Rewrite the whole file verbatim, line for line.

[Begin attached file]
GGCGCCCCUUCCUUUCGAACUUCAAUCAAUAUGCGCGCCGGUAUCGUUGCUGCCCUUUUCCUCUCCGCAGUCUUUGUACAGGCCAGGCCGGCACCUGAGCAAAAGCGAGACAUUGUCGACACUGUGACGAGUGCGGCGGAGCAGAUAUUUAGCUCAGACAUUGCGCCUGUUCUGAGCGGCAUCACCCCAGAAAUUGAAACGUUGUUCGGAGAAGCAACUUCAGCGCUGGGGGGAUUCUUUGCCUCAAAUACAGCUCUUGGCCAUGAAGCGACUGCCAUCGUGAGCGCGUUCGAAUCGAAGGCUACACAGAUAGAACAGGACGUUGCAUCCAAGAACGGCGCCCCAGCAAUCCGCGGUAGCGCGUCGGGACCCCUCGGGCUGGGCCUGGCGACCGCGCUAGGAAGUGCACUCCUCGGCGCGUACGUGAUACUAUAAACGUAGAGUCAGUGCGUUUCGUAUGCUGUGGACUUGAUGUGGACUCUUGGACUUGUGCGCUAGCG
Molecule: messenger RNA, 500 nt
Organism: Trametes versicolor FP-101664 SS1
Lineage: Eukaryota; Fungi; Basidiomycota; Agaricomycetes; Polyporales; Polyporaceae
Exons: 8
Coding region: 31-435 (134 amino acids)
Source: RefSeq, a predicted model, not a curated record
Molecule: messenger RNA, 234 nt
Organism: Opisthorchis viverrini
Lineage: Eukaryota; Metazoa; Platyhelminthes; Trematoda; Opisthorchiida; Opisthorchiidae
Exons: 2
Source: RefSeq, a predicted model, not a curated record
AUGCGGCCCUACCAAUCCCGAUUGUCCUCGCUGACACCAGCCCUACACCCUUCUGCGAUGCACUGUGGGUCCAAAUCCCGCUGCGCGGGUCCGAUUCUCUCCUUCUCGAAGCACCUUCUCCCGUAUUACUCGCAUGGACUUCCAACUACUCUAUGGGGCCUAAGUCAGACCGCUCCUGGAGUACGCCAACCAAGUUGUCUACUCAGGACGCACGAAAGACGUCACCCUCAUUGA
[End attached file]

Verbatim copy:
GGCGCCCCUUCCUUUCGAACUUCAAUCAAUAUGCGCGCCGGUAUCGUUGCUGCCCUUUUCCUCUCCGCAGUCUUUGUACAGGCCAGGCCGGCACCUGAGCAAAAGCGAGACAUUGUCGACACUGUGACGAGUGCGGCGGAGCAGAUAUUUAGCUCAGACAUUGCGCCUGUUCUGAGCGGCAUCACCCCAGAAAUUGAAACGUUGUUCGGAGAAGCAACUUCAGCGCUGGGGGGAUUCUUUGCCUCAAAUACAGCUCUUGGCCAUGAAGCGACUGCCAUCGUGAGCGCGUUCGAAUCGAAGGCUACACAGAUAGAACAGGACGUUGCAUCCAAGAACGGCGCCCCAGCAAUCCGCGGUAGCGCGUCGGGACCCCUCGGGCUGGGCCUGGCGACCGCGCUAGGAAGUGCACUCCUCGGCGCGUACGUGAUACUAUAAACGUAGAGUCAGUGCGUUUCGUAUGCUGUGGACUUGAUGUGGACUCUUGGACUUGUGCGCUAGCG
Molecule: messenger RNA, 500 nt
Organism: Trametes versicolor FP-101664 SS1
Lineage: Eukaryota; Fungi; Basidiomycota; Agaricomycetes; Polyporales; Polyporaceae
Exons: 8
Coding region: 31-435 (134 amino acids)
Source: RefSeq, a predicted model, not a curated record
Molecule: messenger RNA, 234 nt
Organism: Opisthorchis viverrini
Lineage: Eukaryota; Metazoa; Platyhelminthes; Trematoda; Opisthorchiida; Opisthorchiidae
Exons: 2
Source: RefSeq, a predicted model, not a curated record
AUGCGGCCCUACCAAUCCCGAUUGUCCUCGCUGACACCAGCCCUACACCCUUCUGCGAUGCACUGUGGGUCCAAAUCCCGCUGCGCGGGUCCGAUUCUCUCCUUCUCGAAGCACCUUCUCCCGUAUUACUCGCAUGGACUUCCAACUACUCUAUGGGGCCUAAGUCAGACCGCUCCUGGAGUACGCCAACCAAGUUGUCUACUCAGGACGCACGAAAGACGUCACCCUCAUUGA